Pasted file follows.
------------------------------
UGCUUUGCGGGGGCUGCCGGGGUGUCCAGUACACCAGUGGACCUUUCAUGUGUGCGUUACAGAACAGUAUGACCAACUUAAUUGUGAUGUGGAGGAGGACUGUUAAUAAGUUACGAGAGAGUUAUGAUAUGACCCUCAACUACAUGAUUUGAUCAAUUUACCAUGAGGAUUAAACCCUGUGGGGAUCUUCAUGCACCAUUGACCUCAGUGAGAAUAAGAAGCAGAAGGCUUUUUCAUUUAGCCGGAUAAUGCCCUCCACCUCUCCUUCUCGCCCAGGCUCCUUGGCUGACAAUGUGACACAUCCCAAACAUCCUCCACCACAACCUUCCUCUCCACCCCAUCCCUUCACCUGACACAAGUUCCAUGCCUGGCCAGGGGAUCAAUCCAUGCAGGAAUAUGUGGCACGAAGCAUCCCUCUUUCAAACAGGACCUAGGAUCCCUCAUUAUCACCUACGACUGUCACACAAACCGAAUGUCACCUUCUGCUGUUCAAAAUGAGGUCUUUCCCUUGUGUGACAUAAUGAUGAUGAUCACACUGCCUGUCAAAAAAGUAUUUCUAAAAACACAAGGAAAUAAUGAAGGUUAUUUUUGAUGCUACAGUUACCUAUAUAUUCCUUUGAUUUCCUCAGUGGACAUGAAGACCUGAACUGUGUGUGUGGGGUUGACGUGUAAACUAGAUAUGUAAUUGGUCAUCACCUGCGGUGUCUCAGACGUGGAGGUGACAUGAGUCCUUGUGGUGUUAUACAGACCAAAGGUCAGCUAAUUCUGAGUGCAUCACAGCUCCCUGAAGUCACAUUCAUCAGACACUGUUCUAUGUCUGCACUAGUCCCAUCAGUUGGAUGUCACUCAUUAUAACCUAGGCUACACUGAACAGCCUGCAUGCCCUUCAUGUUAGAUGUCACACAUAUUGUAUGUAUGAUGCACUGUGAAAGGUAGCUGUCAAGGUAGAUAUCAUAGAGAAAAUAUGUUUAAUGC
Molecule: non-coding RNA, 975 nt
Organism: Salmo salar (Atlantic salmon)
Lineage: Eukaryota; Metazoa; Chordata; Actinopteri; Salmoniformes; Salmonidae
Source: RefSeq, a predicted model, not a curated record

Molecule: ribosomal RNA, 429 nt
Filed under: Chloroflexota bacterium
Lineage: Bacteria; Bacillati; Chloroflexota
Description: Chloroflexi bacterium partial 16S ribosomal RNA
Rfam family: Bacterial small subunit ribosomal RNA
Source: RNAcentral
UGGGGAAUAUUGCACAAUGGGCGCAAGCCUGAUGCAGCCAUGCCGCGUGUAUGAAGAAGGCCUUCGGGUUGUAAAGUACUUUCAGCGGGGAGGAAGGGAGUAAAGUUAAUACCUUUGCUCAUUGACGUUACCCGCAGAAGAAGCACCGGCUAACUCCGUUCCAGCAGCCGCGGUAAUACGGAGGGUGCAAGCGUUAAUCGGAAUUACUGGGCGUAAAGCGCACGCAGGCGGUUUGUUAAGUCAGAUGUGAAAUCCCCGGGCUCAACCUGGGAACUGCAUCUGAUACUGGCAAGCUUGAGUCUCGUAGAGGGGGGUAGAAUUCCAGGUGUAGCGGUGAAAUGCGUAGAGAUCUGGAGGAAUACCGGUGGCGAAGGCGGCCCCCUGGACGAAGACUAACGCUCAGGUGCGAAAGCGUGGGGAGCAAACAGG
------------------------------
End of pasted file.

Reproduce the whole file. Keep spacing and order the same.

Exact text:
UGCUUUGCGGGGGCUGCCGGGGUGUCCAGUACACCAGUGGACCUUUCAUGUGUGCGUUACAGAACAGUAUGACCAACUUAAUUGUGAUGUGGAGGAGGACUGUUAAUAAGUUACGAGAGAGUUAUGAUAUGACCCUCAACUACAUGAUUUGAUCAAUUUACCAUGAGGAUUAAACCCUGUGGGGAUCUUCAUGCACCAUUGACCUCAGUGAGAAUAAGAAGCAGAAGGCUUUUUCAUUUAGCCGGAUAAUGCCCUCCACCUCUCCUUCUCGCCCAGGCUCCUUGGCUGACAAUGUGACACAUCCCAAACAUCCUCCACCACAACCUUCCUCUCCACCCCAUCCCUUCACCUGACACAAGUUCCAUGCCUGGCCAGGGGAUCAAUCCAUGCAGGAAUAUGUGGCACGAAGCAUCCCUCUUUCAAACAGGACCUAGGAUCCCUCAUUAUCACCUACGACUGUCACACAAACCGAAUGUCACCUUCUGCUGUUCAAAAUGAGGUCUUUCCCUUGUGUGACAUAAUGAUGAUGAUCACACUGCCUGUCAAAAAAGUAUUUCUAAAAACACAAGGAAAUAAUGAAGGUUAUUUUUGAUGCUACAGUUACCUAUAUAUUCCUUUGAUUUCCUCAGUGGACAUGAAGACCUGAACUGUGUGUGUGGGGUUGACGUGUAAACUAGAUAUGUAAUUGGUCAUCACCUGCGGUGUCUCAGACGUGGAGGUGACAUGAGUCCUUGUGGUGUUAUACAGACCAAAGGUCAGCUAAUUCUGAGUGCAUCACAGCUCCCUGAAGUCACAUUCAUCAGACACUGUUCUAUGUCUGCACUAGUCCCAUCAGUUGGAUGUCACUCAUUAUAACCUAGGCUACACUGAACAGCCUGCAUGCCCUUCAUGUUAGAUGUCACACAUAUUGUAUGUAUGAUGCACUGUGAAAGGUAGCUGUCAAGGUAGAUAUCAUAGAGAAAAUAUGUUUAAUGC
Molecule: non-coding RNA, 975 nt
Organism: Salmo salar (Atlantic salmon)
Lineage: Eukaryota; Metazoa; Chordata; Actinopteri; Salmoniformes; Salmonidae
Source: RefSeq, a predicted model, not a curated record

Molecule: ribosomal RNA, 429 nt
Filed under: Chloroflexota bacterium
Lineage: Bacteria; Bacillati; Chloroflexota
Description: Chloroflexi bacterium partial 16S ribosomal RNA
Rfam family: Bacterial small subunit ribosomal RNA
Source: RNAcentral
UGGGGAAUAUUGCACAAUGGGCGCAAGCCUGAUGCAGCCAUGCCGCGUGUAUGAAGAAGGCCUUCGGGUUGUAAAGUACUUUCAGCGGGGAGGAAGGGAGUAAAGUUAAUACCUUUGCUCAUUGACGUUACCCGCAGAAGAAGCACCGGCUAACUCCGUUCCAGCAGCCGCGGUAAUACGGAGGGUGCAAGCGUUAAUCGGAAUUACUGGGCGUAAAGCGCACGCAGGCGGUUUGUUAAGUCAGAUGUGAAAUCCCCGGGCUCAACCUGGGAACUGCAUCUGAUACUGGCAAGCUUGAGUCUCGUAGAGGGGGGUAGAAUUCCAGGUGUAGCGGUGAAAUGCGUAGAGAUCUGGAGGAAUACCGGUGGCGAAGGCGGCCCCCUGGACGAAGACUAACGCUCAGGUGCGAAAGCGUGGGGAGCAAACAGG